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Loyalty in China

Interview with Henry Winter, CEO of SmartClub

China will soon be the focus of world attention as it stages the 29th Olympiad in Beijing and the world's best athletes will assemble to strive for gold in their quest for personal achievement and national pride. China is also the world's fastest growing economy. In 2007 Newsweek quoted Lawrence Summers, former US Secretary of State, on the extraordinary nature of the rise in Chinese living standards. During Europe's industrial revolution two centuries ago, the average European saw living standards rise by 50 per cent over their lifetime. During China's modern-day economic revolution, in contrast, he predicted that the average Chinese person would see their standard of living rise by 10,000 per cent.

Against this background it seemed timely to interview one of the leading exponents of customer loyalty marketing in this dynamic and fast-evolving consumer culture. What happens in the 'workshop to the world' will surely create ripples back across the developed markets that are the buyers of much of what they produce.

SmartClub was launched in Shanghai in 2003 by founder and current CEO Henry Winter. SmartClub comprised two key business models, a coalition loyalty programme and an On-line Rewards Community. An exclusive contract was signed early in the life of the scheme with the operators of the Shanghai transportation system. This created an immediate 'in the wallet' loyalty identification token that was smart card-based for the membership. The scheme was also successful in quickly signing deals with some major retailer partners: McDonald's, Chow Tai Fook (a major jewellery retailer), Allianz Insurance, Lianhua Supermarkets, Sport 100 and the number two mobile operator Shanghai Unicom, plus many others.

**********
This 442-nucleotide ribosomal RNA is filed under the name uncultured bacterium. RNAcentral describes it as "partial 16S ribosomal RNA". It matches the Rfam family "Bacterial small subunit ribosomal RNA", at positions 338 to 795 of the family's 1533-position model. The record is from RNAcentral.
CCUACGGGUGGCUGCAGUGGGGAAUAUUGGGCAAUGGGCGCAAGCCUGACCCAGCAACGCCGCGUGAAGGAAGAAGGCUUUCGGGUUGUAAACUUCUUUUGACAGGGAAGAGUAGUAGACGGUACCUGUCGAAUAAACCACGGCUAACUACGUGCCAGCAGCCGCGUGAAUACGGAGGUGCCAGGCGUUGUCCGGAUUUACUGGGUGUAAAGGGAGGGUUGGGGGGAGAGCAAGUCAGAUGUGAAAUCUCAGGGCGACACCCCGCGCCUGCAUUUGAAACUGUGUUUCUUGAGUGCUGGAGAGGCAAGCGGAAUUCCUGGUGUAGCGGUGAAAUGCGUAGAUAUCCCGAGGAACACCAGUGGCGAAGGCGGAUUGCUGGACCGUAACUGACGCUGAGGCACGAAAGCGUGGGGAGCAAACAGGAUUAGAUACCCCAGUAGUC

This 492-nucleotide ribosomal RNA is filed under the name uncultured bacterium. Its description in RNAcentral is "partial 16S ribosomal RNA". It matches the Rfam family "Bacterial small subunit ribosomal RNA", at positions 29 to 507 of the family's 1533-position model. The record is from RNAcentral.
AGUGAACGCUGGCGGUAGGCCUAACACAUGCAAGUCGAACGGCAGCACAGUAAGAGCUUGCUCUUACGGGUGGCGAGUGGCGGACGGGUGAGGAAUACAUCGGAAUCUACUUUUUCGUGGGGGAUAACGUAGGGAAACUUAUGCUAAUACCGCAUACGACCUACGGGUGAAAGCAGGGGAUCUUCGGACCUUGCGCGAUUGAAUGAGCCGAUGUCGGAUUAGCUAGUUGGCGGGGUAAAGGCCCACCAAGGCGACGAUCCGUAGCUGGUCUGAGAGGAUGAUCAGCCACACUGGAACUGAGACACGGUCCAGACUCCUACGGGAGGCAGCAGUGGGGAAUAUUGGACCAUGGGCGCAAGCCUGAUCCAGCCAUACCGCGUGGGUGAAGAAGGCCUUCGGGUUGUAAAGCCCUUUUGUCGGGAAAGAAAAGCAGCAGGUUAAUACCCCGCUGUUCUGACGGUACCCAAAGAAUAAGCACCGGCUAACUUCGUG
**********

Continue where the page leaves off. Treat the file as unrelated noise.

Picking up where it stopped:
We asked Henry how he got involved in the programme and his background.

"I was born in Michigan and am an American Citizen, I hold three masters degrees from the Universities of Pennsylvania, Columbia and Wharton Business School. After working as a derivatives trader in Paris in the 90s I moved to work for Booz Allen consulting in Hong Kong in 2000. It was during this period that I became interested in the music industry and I left Booz to create my own marketing agency called 'Groove Street'. This was an agency offering services to large consumer brands to access their customers via the medium of music."